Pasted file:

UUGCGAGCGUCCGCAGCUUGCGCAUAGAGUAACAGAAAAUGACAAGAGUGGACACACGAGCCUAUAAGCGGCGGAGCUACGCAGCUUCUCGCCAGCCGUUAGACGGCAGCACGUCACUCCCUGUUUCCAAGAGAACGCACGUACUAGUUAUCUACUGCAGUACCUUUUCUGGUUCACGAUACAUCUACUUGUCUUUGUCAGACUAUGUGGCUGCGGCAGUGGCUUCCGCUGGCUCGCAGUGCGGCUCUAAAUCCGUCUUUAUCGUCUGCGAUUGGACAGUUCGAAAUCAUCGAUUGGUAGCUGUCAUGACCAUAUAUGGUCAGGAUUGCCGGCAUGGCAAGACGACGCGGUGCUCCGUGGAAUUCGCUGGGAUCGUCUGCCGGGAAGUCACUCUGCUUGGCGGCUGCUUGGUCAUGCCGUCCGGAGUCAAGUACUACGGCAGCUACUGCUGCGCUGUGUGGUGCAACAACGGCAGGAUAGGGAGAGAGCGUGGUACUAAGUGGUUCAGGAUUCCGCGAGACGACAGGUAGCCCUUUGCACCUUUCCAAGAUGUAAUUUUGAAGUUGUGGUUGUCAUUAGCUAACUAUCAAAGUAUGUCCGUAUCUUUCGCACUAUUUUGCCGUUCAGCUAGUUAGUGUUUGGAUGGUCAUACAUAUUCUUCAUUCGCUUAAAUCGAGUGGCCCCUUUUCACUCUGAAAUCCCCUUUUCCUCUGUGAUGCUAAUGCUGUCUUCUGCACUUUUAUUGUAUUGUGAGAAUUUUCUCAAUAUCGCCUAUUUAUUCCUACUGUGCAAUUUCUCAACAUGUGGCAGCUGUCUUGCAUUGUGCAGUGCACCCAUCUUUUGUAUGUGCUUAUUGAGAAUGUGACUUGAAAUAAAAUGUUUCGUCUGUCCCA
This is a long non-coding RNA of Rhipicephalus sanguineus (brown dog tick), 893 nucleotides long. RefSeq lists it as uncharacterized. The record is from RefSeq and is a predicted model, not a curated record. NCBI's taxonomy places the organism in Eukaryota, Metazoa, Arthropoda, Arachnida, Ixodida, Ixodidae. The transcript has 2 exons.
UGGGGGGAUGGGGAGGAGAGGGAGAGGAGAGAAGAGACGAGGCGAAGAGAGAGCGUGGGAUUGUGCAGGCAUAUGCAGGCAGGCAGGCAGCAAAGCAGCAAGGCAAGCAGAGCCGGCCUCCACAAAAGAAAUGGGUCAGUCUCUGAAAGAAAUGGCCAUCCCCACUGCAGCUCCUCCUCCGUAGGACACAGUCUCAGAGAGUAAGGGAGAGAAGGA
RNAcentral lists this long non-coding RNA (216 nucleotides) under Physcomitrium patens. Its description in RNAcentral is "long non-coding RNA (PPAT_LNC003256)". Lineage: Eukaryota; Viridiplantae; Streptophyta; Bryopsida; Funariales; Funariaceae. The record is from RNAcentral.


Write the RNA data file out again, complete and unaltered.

UUGCGAGCGUCCGCAGCUUGCGCAUAGAGUAACAGAAAAUGACAAGAGUGGACACACGAGCCUAUAAGCGGCGGAGCUACGCAGCUUCUCGCCAGCCGUUAGACGGCAGCACGUCACUCCCUGUUUCCAAGAGAACGCACGUACUAGUUAUCUACUGCAGUACCUUUUCUGGUUCACGAUACAUCUACUUGUCUUUGUCAGACUAUGUGGCUGCGGCAGUGGCUUCCGCUGGCUCGCAGUGCGGCUCUAAAUCCGUCUUUAUCGUCUGCGAUUGGACAGUUCGAAAUCAUCGAUUGGUAGCUGUCAUGACCAUAUAUGGUCAGGAUUGCCGGCAUGGCAAGACGACGCGGUGCUCCGUGGAAUUCGCUGGGAUCGUCUGCCGGGAAGUCACUCUGCUUGGCGGCUGCUUGGUCAUGCCGUCCGGAGUCAAGUACUACGGCAGCUACUGCUGCGCUGUGUGGUGCAACAACGGCAGGAUAGGGAGAGAGCGUGGUACUAAGUGGUUCAGGAUUCCGCGAGACGACAGGUAGCCCUUUGCACCUUUCCAAGAUGUAAUUUUGAAGUUGUGGUUGUCAUUAGCUAACUAUCAAAGUAUGUCCGUAUCUUUCGCACUAUUUUGCCGUUCAGCUAGUUAGUGUUUGGAUGGUCAUACAUAUUCUUCAUUCGCUUAAAUCGAGUGGCCCCUUUUCACUCUGAAAUCCCCUUUUCCUCUGUGAUGCUAAUGCUGUCUUCUGCACUUUUAUUGUAUUGUGAGAAUUUUCUCAAUAUCGCCUAUUUAUUCCUACUGUGCAAUUUCUCAACAUGUGGCAGCUGUCUUGCAUUGUGCAGUGCACCCAUCUUUUGUAUGUGCUUAUUGAGAAUGUGACUUGAAAUAAAAUGUUUCGUCUGUCCCA
This is a long non-coding RNA of Rhipicephalus sanguineus (brown dog tick), 893 nucleotides long. RefSeq lists it as uncharacterized. The record is from RefSeq and is a predicted model, not a curated record. NCBI's taxonomy places the organism in Eukaryota, Metazoa, Arthropoda, Arachnida, Ixodida, Ixodidae. The transcript has 2 exons.
UGGGGGGAUGGGGAGGAGAGGGAGAGGAGAGAAGAGACGAGGCGAAGAGAGAGCGUGGGAUUGUGCAGGCAUAUGCAGGCAGGCAGGCAGCAAAGCAGCAAGGCAAGCAGAGCCGGCCUCCACAAAAGAAAUGGGUCAGUCUCUGAAAGAAAUGGCCAUCCCCACUGCAGCUCCUCCUCCGUAGGACACAGUCUCAGAGAGUAAGGGAGAGAAGGA
RNAcentral lists this long non-coding RNA (216 nucleotides) under Physcomitrium patens. Its description in RNAcentral is "long non-coding RNA (PPAT_LNC003256)". Lineage: Eukaryota; Viridiplantae; Streptophyta; Bryopsida; Funariales; Funariaceae. The record is from RNAcentral.